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#41
02-23-2014, 08:16 AM
 pls8xx LawnSite Member Join Date: May 2007 Location: arkansas Posts: 64
Sorry, guys. My brain gets soft after 10 PM. I had to take that graphic down as my post had a fatal error. Please disregard my last post. I will try to get a correction up soon.

It is a real challenge to work these problems without using trig and limiting the transit use to not having to read the vernier.
#42
02-23-2014, 11:00 AM
 pls8xx LawnSite Member Join Date: May 2007 Location: arkansas Posts: 64
OK, Let me try this again, This is a case where you need to stake a curve between points A & B. Only this time you don't know the radius.

All that is known about this curve is that the straight line between start and end is 44 ft and it bows outward 4 ft in the center. The radius length must be determined.

Begin by setting the transit at point A pointed at B. Measure half the distance (22 ft) and set a stake at X.

Most of you know how to lay out a triangle with sides of a multiple of 3,4, and 5 to form aright triangle. Do so for the area shaded green using the transit to keep point Y on the line between A and B as shown. Use two tapes to set point Z. Stretch a string line between X and Z. Then measure down the string line and set point C.

Next you have to get the transit pointed at where D is. The angle C-A-D is the same as angle C-A-B. But it will be an oddball angle. If you have an electronic transit with a digital display or know how to read the vernier on an analog transit, you can zero on point B and then turn to C, read the angle, double it, and then turn the doubled amount to be pointed at D.

There is another way to get the transit pointed at D without reading angles. A transit has lower motion lock knob and adjustment knob. There is also an upper motion lock knob and adjustment knob. When the lower motion is released the rotation of the transit does not change the angle reading. When the lower motion is locked and the upper motion is released, the angle reading changes as the transit is rotated.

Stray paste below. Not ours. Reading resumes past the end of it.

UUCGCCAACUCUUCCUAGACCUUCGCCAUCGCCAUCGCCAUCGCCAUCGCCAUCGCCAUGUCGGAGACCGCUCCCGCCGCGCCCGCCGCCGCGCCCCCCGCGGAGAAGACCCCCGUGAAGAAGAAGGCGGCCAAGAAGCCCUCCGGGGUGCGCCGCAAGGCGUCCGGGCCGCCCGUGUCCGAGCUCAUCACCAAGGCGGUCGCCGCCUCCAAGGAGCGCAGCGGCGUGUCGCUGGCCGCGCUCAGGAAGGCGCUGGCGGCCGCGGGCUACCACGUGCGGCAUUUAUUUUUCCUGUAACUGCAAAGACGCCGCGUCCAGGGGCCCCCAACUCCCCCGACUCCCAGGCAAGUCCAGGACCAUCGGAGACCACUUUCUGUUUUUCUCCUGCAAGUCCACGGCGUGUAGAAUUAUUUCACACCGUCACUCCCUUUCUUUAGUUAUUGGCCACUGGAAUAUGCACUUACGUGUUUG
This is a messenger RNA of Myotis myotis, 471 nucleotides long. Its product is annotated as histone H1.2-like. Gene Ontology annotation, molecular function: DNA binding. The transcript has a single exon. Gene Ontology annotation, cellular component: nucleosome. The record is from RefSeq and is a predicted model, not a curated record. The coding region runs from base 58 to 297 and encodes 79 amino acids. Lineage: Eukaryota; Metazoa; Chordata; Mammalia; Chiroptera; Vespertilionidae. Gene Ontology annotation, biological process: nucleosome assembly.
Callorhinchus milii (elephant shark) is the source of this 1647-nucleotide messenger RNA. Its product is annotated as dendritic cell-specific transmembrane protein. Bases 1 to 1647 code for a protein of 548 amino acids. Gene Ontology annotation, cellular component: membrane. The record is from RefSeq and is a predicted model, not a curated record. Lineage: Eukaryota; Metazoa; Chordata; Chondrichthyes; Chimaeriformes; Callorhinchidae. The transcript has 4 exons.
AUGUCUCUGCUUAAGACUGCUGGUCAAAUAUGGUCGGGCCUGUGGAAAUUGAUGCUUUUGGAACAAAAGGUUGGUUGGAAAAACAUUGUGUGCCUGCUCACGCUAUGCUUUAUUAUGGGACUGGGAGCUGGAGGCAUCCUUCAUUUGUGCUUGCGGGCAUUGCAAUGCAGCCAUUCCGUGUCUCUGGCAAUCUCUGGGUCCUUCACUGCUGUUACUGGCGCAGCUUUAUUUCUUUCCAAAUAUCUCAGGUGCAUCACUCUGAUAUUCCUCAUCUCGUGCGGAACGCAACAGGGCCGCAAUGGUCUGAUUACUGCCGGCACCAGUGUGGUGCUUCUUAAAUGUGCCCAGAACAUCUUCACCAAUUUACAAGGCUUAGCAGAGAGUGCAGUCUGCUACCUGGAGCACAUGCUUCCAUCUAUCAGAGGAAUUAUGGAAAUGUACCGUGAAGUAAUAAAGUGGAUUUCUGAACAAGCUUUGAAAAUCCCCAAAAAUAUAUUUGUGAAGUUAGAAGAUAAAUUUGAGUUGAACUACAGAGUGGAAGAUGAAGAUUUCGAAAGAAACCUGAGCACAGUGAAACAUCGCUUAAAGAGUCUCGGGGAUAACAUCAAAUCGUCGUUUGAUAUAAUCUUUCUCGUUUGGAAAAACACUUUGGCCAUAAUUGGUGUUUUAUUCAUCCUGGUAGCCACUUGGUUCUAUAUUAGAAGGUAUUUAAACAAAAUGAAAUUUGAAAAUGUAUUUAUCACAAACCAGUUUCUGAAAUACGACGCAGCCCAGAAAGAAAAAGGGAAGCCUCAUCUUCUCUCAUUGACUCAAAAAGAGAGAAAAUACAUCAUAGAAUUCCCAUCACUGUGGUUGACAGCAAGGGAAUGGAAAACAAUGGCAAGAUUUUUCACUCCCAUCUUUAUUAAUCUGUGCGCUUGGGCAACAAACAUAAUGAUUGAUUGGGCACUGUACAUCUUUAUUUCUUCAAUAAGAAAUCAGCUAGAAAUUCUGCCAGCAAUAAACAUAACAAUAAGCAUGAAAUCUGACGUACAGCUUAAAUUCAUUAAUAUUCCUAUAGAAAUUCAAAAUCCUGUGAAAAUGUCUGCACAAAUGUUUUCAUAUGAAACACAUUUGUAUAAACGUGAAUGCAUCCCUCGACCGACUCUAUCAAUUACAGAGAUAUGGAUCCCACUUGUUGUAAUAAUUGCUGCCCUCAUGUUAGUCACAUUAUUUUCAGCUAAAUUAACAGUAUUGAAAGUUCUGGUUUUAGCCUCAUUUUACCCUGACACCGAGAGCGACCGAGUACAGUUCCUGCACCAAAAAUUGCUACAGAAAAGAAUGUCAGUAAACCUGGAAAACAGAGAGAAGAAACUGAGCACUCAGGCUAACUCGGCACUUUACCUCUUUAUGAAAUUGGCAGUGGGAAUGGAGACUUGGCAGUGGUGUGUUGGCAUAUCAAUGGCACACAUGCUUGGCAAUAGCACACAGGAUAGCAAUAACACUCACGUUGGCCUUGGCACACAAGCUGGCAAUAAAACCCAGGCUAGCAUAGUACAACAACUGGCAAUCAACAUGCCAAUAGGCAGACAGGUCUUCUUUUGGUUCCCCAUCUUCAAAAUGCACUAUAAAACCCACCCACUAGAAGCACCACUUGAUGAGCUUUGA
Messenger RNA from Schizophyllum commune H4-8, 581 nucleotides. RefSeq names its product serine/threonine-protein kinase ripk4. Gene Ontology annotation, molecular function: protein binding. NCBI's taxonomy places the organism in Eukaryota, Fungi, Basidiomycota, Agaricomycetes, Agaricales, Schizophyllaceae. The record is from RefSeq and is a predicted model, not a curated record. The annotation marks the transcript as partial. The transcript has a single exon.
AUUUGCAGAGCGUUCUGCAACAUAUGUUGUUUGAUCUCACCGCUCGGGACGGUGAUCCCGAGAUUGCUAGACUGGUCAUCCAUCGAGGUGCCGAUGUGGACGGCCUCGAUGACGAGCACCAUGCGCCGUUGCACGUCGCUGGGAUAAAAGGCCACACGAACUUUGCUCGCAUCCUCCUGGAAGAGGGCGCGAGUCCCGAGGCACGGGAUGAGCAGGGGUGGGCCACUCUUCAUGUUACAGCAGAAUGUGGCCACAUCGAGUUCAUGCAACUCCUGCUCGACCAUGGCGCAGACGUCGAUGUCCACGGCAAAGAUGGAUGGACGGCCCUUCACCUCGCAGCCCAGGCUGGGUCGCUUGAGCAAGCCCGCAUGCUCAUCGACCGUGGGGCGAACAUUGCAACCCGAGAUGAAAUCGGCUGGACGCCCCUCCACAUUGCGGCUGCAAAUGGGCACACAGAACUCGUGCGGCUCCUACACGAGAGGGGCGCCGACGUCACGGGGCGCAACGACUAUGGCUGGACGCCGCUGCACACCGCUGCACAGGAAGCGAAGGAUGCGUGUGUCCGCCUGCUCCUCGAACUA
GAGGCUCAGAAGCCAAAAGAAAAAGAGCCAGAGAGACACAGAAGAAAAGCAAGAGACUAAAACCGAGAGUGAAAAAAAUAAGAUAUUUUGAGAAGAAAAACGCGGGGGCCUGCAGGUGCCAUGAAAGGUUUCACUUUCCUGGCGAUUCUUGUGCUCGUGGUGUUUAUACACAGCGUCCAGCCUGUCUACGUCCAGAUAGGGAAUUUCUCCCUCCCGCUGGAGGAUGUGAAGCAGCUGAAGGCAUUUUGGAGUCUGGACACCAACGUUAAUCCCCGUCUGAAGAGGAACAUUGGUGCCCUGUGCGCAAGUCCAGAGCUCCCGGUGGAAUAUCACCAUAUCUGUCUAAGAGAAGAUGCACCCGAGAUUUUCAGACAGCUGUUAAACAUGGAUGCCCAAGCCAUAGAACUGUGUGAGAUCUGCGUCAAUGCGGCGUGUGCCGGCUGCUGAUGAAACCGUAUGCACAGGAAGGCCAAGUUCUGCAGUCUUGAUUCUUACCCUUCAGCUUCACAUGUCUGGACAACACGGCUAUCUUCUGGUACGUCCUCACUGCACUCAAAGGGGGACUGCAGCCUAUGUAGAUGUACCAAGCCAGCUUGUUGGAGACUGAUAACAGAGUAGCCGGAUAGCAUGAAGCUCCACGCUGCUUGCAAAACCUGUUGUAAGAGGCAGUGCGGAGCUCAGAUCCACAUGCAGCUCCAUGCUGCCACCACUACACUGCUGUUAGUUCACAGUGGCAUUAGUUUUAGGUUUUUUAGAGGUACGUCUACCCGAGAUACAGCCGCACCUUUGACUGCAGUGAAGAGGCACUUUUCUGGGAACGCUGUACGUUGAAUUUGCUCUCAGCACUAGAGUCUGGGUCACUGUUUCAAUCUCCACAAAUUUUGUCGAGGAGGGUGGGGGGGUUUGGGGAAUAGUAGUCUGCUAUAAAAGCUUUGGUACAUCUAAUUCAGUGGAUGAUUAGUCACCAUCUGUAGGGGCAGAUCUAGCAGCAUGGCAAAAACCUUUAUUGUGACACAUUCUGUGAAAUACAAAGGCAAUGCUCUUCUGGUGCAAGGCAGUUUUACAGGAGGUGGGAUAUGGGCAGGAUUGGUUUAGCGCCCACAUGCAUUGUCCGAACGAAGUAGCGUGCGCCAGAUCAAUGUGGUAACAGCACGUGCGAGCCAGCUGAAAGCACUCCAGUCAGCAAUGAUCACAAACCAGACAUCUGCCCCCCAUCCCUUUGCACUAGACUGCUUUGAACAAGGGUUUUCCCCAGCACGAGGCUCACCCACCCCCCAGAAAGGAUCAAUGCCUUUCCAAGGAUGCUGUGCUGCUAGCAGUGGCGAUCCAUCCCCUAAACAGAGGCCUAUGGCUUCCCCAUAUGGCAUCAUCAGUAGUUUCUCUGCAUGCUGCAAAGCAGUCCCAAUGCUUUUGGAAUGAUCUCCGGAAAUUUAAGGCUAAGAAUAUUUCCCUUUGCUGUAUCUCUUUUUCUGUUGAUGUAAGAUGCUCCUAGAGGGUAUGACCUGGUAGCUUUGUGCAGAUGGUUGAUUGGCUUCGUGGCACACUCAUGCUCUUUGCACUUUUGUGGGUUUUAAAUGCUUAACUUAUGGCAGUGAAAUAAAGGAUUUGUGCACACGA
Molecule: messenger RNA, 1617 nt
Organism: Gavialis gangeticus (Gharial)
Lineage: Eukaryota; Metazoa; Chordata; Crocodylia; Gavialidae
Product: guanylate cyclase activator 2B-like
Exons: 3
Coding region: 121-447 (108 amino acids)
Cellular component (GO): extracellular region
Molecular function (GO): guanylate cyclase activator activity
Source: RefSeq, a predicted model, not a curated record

Ordinarily the upper motion is set to zero and locked. The lower motion is then used to point the transit at a target object and then locked. The upper motion is then released and the transit is turned to another object and the angle is then read. In this case withe the transit at A, zero and point at C, lock the lower motion. Release the upper motion and turn to B and lock the upper motion. Leave the upper motion on its reading and release the lower motion. Turn back to look at C with the transit not set to zero but the untouched angle that was made to B. Lock the lower motion, release the upper motion and turn the transit left until it reads zero. You are now pointed at point D.

With the zero end at point X, stretch a tape along the string line toward Z. Look through the transit scope and read the tape distance directly to get the measurement X to D. In this particular case the distance will be 8.27 ft.

Next you need the distance from A to D. If you have set a stake at D you can measure the distance (make sure you check for an equal distance from D to B) Or you can compute the distance by squaring the distance from A to X, add to the square of the distance X to D, then take the square root of the sum to get the distance A to D. In this particular case the distance will be 23.50.